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Despite heat, rain; fair a success

Saturday was the big day with crowds at all the special events

By Fiona Edberg - Staff Writer | Aug 8, 2021

There was a big tractor pull in the Grandstand, a kiddie tractor pull on the fairgrounds and even a tractor parade, but for this young fairgoer, the best thing was sitting on a tractor and pretending to drive it all around.

Wednesday brought rising temperatures and Friday brought rain, but Faribault County Fair attendees came from near and far to visit this year’s fair, which took place from July 28 through July 31.

Wednesday’s smoldering heat and humidity still produced a decent smattering of attendees, and Friday’s precipitation certainly did not quench the desire to attend for many.

“There were still people walking around with umbrellas, and the die-hard fairgoers were there,” says Robin Stenzel, a member of the Fair Board.

However, fine and sunny weather on Saturday brought a particularly enthusiastic crowd.

“Saturday was a fantastic turn-out for the fair. I’ve never seen so many people,” recalls Carolyn Zierke, operater of the fair’s Flea JUNKtion attraction.

Stenzel confirms an impressive attendance on the fair’s final day.

“It’s really hard for us to get a solid number for attendance because we do charts by the car, not by person,” admits Stenzel. “But based on the parking lot, we did pretty good.”

She adds, “There were a lot of people out and about. The midway was pretty full for awhile, and kids seemed to be having fun.”

The fair commenced with a few unexpected cancellations when the Outstanding Senior Citizen Awards and Sugar Loom Band failed to appear in the Tent on Wednesday afternoon.

However, it quickly made up for these small disappointments with a smorgasbord of attractions throughout the week.

When asked what some of the most popular attractions were, Stenzel replied, “The All-American Lumberjacks. They had pretty cool shows pretty much all of the time. They do a really good job.”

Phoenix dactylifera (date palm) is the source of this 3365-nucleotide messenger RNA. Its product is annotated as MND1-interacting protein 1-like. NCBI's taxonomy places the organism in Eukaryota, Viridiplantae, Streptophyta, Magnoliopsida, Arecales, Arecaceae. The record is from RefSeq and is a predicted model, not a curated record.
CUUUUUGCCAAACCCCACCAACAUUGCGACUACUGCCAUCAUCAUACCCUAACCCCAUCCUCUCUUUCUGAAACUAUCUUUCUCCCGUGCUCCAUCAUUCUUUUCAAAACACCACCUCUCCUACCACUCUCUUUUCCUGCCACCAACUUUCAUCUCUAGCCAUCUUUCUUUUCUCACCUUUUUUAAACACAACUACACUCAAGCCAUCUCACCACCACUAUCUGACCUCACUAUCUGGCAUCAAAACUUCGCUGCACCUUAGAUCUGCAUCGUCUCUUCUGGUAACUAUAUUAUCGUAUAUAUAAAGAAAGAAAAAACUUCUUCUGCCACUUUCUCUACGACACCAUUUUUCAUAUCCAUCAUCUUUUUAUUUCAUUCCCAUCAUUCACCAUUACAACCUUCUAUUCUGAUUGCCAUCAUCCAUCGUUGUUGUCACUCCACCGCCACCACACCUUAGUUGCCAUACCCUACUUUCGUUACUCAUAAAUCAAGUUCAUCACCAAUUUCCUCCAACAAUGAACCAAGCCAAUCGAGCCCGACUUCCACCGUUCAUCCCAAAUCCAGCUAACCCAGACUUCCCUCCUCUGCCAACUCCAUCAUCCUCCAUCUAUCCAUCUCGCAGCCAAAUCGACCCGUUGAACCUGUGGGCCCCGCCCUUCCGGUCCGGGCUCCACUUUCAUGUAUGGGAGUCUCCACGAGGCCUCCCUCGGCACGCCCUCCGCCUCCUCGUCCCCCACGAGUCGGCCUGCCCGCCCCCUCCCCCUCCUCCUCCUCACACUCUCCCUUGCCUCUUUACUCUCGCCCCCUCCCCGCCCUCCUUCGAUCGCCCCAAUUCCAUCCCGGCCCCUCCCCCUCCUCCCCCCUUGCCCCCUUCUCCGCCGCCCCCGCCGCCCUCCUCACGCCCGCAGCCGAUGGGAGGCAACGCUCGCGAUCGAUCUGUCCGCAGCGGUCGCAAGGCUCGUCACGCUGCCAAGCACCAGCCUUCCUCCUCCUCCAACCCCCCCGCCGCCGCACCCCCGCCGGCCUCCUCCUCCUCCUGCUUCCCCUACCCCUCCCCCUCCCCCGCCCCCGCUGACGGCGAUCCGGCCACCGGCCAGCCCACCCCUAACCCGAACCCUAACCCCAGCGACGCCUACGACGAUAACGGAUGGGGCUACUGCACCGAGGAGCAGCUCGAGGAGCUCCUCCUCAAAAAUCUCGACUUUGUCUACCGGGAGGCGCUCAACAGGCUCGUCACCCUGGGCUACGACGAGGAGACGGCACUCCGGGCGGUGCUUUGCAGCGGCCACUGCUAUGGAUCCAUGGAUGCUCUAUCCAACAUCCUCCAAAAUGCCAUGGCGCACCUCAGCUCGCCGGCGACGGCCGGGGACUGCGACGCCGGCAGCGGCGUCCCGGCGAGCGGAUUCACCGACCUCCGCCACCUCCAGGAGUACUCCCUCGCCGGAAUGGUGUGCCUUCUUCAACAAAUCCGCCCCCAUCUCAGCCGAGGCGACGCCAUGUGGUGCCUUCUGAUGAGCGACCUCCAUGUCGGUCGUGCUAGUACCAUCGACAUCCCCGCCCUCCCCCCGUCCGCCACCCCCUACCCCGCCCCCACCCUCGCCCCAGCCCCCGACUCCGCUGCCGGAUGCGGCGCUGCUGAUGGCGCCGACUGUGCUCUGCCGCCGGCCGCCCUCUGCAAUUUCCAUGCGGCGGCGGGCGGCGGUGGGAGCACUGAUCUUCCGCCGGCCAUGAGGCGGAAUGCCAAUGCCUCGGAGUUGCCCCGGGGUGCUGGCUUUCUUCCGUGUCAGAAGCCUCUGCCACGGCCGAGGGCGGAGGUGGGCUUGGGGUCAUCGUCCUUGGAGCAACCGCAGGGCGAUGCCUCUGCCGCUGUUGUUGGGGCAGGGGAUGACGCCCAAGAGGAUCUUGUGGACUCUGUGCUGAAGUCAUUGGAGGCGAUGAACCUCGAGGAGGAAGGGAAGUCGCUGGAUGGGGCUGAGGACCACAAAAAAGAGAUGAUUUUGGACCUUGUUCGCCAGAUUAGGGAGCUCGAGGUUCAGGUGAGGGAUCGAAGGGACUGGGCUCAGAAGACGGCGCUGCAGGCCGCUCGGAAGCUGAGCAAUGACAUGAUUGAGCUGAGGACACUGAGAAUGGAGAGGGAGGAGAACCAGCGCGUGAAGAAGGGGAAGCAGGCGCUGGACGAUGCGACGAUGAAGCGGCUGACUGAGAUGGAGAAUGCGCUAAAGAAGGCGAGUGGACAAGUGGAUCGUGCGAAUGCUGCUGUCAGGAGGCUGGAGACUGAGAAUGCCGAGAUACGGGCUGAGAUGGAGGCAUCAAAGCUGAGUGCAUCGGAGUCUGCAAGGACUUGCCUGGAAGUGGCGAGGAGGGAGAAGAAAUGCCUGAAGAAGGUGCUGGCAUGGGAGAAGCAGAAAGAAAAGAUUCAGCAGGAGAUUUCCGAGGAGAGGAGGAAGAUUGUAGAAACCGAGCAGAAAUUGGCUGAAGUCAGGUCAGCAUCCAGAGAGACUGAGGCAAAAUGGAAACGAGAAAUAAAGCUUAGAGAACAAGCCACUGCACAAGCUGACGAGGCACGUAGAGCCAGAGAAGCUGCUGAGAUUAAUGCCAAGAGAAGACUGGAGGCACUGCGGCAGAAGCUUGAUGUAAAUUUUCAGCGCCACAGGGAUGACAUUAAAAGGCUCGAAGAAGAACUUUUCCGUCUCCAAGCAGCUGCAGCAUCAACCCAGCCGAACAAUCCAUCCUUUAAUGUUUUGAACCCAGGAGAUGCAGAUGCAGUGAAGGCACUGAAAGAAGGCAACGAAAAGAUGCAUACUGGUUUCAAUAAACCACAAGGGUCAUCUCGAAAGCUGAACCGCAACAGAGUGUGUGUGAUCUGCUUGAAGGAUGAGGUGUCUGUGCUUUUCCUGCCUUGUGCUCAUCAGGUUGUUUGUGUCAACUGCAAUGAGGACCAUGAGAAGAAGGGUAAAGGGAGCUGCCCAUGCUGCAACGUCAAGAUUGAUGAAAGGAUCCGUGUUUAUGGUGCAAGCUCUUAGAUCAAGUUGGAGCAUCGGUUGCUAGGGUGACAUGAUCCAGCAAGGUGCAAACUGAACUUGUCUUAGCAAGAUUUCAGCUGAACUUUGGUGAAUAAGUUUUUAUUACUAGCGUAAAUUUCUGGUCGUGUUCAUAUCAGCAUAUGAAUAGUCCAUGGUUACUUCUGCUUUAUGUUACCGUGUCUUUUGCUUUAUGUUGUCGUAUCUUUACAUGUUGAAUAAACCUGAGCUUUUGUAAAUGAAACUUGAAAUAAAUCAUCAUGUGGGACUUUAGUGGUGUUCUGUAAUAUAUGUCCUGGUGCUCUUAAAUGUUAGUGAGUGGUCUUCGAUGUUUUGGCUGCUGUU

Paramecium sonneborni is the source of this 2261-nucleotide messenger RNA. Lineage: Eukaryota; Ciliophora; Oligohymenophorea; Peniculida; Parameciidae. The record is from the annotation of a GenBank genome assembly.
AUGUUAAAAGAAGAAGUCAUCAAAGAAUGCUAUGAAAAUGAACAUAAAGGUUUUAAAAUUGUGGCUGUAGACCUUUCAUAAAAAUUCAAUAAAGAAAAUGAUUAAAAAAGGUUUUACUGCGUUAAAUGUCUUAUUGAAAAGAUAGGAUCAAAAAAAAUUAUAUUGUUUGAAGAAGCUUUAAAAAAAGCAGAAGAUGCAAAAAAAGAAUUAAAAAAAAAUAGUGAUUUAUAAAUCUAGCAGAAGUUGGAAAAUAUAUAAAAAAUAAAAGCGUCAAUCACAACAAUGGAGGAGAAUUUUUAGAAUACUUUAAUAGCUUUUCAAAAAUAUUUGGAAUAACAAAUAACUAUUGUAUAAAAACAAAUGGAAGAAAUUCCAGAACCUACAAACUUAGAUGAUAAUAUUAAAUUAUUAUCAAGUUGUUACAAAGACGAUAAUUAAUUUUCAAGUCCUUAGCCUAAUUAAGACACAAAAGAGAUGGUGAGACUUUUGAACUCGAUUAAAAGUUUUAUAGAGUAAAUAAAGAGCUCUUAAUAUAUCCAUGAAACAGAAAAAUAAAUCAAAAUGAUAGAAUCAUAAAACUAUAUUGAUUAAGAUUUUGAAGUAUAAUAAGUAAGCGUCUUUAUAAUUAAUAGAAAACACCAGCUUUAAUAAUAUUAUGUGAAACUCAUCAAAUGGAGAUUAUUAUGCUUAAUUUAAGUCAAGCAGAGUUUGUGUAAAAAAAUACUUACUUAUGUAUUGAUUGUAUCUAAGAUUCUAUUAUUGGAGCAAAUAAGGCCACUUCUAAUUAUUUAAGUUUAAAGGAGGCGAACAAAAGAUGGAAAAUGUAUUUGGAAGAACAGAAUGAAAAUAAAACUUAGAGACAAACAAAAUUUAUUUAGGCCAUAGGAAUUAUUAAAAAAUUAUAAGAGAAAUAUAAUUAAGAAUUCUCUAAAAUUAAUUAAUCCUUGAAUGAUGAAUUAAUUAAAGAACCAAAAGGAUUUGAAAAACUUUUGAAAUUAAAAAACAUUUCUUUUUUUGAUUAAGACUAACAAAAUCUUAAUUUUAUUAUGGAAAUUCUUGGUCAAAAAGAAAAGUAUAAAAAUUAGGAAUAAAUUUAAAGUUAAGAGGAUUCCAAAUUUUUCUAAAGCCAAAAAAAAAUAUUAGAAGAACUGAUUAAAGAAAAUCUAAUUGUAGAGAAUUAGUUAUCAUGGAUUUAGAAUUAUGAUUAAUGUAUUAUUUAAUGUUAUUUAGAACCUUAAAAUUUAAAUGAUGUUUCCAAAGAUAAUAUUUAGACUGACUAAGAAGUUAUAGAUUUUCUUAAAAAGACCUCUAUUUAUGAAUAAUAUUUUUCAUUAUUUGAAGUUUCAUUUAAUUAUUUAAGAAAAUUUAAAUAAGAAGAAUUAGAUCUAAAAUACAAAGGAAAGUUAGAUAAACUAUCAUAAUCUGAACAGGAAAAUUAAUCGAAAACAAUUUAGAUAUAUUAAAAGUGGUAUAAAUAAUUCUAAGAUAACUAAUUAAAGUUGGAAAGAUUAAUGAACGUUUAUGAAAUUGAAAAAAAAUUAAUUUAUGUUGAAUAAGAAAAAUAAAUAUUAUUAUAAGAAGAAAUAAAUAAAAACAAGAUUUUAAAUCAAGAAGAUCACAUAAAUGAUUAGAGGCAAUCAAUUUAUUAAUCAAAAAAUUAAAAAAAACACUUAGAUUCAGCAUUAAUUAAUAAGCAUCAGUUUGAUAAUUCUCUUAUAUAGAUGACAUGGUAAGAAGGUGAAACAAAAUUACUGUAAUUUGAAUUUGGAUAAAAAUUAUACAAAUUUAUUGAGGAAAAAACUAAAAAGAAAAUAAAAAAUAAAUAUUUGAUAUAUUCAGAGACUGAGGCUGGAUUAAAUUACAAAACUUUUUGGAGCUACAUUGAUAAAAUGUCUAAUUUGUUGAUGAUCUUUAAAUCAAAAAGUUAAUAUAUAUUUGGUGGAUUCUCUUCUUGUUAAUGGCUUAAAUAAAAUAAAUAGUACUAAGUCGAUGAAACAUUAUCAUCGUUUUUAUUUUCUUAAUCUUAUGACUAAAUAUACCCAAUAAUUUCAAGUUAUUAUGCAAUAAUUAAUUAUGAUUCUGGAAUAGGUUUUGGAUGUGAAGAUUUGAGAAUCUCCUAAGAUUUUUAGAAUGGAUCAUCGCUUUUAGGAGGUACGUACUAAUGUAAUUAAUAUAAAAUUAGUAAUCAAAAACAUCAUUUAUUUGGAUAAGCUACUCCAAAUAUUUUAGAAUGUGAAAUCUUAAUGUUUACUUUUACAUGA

She added other popular attractions around the grounds included Chaz the Magician, Balloon Artistry by Mandana, and Wanda the Clown.

One attraction which always proves popular at the Faribault County Fair is the Flea JUNKtion, which Zierke proudly organizes every year.

“It’s a flea market, but it’s more than a flea market,” explains Zierke. “It’s an artisan craft market. It has something for everybody.”

As Zierke names some of the items pedaled in the market, it becomes apparent she is telling the truth.

“There is a lot of furniture, handcrafted items, custom printed T-shirts, earrings,” she says.

“I had a lot of boho this year,” she adds. “There were some girls from Minneapolis who did some boho macrame furniture.”

Overall, Zierke asserts she seeks out “a variety of things” to offer to her patrons.

 The intersection of Interstate 90 and Highway 169, at which the Faribault County Fair is nestled, inspired Zierke to craft the name ‘Flea JUNKtion.’ The fair’s location near the interstate is appropriate to its surprisingly varied array of visitors.

Zierke, who hosted visitors during fair week, was astounded at the number of people who had traveled miles for the event.

“I had women from Benson, from Annandale, from Sioux Falls, from Des Moines,” relates Zierke. “I was just surprised how many people drove hours to come to the fair.”

The Faribault County Fair’s annual attendees are no doubt already looking forward to what the event will have in store next summer.

Stenzel explains it is “a little early” to declare what next year’s fair will bring. However, she identified some favorite attractions she hopes will be returning to Faribault County.

“We always try to mix things up a little bit, but we definitely are looking at Chaz the Magician. He always is a good, popular attraction,” says Stenzel.

She clarifies, however, “We haven’t made any decisions for sure yet. We’re just going to meet in August and start talking about it again.”

As always, the success of the fair can be attributed to an enthusiastic, hardworking Fair Board as well as volunteers who are equally so.

“We cannot stress enough the wonderful volunteers that we had step up,” says Stenzel. “We weren’t sure we’d be able to have an open class until April, and then everybody stepped up and they did a wonderful job.”

She adds, “We’re very lucky to have the people we have in this county.”